A Trillion Dollar Topic
Considered a taboo subject in the workplace 30 years ago — something that was talked about in hushed tones around the water cooler and often referred to incorrectly as “a nervous breakdown” — the truth is that anxiety, depression and other mental health disorders are no longer looked upon with the same scrutiny as years past.
Mental Health challenges are now recognized as very real, very treatable, and things very normal people deal with. Fortunately, there is a wealth of options available these days to help people overcome these issues, but getting employees to actually use these resources can prove difficult.
According to the World Health Organization, more than 300 million people suffer from depression, the leading cause of disability, costing an estimated $1 trillion annually in lost production. Whether it is lack of productivity while on the job, or absenteeism, a company’s bottom line is negatively affected when an employee is under mental duress. For this reason, more and more companies are realizing the financial benefits of improving employee wellbeing.
Breaking the Stigma
Forward-thinking companies recognize that investing in employee mental health is every bit as important as physical health. But because of the stigma attached, it’s not always easy for an employee to open up about their struggles with supervisors or other co-workers. Often this barrier can be removed when a corporate leader opens up about their own issues, creating a safe environment for people who no longer feel the need to hide these issues.
Sometimes, just the relief of not having to try to hide it anymore actually relieves some of that anxiety. It can actually be liberating, particularly when you discover you are not alone and learn that some of the people you interact with every day have dealt with or are currently enduring the same problems. There’s an untapped strength in admitting it and facing it head on.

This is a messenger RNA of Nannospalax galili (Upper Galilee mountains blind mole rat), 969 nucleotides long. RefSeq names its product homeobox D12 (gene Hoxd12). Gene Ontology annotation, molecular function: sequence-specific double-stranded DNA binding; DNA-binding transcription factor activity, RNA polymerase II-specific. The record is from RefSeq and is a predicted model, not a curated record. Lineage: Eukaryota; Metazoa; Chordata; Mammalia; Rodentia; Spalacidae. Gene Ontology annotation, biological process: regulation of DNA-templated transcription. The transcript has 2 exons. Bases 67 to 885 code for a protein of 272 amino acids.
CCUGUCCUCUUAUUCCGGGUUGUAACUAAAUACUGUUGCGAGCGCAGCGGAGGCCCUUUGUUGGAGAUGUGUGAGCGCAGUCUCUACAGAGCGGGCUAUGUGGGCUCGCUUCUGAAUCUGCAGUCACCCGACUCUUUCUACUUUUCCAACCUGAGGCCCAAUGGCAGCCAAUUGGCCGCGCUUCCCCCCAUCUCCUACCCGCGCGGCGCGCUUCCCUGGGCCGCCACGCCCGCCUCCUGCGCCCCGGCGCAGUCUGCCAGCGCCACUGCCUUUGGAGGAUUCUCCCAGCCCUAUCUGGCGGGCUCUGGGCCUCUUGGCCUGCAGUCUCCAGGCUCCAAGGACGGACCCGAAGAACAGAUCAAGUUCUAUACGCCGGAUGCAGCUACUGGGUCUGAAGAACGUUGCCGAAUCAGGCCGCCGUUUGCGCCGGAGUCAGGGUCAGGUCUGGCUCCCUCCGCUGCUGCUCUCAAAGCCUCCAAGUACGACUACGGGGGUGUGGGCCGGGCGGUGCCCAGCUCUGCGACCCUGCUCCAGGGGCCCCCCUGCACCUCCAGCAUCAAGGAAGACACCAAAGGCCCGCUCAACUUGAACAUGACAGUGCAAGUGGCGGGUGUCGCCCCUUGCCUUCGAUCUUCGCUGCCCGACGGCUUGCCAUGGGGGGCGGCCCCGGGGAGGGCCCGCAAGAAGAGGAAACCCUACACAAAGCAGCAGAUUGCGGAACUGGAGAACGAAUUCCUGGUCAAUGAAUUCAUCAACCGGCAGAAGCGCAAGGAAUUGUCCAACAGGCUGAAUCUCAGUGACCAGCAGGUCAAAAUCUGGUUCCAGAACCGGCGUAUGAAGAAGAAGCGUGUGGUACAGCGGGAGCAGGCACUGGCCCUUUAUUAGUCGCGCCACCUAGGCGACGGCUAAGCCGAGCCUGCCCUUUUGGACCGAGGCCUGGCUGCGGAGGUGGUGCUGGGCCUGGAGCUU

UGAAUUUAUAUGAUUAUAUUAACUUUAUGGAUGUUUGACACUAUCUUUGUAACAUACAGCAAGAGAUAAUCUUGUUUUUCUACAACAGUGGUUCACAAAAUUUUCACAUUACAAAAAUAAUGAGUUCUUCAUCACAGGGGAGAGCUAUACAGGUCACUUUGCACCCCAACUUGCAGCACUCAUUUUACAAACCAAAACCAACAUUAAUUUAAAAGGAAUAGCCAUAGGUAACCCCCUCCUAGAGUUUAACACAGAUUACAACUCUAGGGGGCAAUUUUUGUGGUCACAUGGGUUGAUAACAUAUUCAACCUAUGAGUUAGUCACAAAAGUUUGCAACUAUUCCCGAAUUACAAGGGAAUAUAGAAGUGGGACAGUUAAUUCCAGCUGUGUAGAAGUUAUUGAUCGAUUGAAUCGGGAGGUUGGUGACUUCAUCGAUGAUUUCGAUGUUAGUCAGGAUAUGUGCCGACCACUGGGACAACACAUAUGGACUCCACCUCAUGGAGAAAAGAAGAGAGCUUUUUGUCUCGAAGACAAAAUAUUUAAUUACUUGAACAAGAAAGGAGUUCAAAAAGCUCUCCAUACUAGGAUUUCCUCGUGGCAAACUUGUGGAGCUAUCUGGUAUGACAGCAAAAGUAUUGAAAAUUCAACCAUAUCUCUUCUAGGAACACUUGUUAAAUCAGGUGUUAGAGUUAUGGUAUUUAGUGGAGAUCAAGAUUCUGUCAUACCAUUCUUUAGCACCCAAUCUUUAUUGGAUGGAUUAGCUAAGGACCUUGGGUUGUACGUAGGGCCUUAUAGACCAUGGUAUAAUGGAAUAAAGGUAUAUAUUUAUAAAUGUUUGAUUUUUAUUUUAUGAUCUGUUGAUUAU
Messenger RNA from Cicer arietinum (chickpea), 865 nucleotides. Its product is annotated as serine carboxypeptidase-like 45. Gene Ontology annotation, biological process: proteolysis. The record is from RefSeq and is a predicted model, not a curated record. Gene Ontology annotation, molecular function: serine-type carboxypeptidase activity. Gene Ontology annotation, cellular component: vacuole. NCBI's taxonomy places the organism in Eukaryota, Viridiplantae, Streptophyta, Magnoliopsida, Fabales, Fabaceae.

Whether it’s anxiety disorder, depression, attention deficit/hyperactivity disorder, bipolar, or any number of mental challenges, all can be improved with professional help. Postpartum depression, Seasonal Affective Disorder or Post-injury depression are all recognized conditions that respond well to treatment.
How an Injury Can Affect Mental Health
Post-injury depression for instance is an under-reported, yet very prevalent condition. Anxiety over the injury, lost wages and worrying about whether their job will remain when they return are very real concerns. Companies with solid policies for employees on leave are vital in the recovery process, including keeping in regular contact with the injured employee so this person knows they are not forgotten.
Spreading Awareness in the Workplace
Most businesses in this day and age take mental health issues seriously, addressing the hazards of stress, fatigue and anxiety. Making managers and employees aware of the signs of a coworker struggling, such as weight changes, withdrawing from others, changes in appearance or attitude, are all very important. Identifying the issue and having a solid plan in place so help can be offered promptly is vital to recovery.
But the employer can only do so much. Reports show that less than half of the people who could benefit from mental health treatments available to them actually take advantage of it due to an antiquated feeling of embarrassment that is a remnant from a way of thinking that is decades old.
Put quite simply, Mental Health needs rebranded so that everybody feels comfortable enough to seek help when needed so they can live life to its fullest.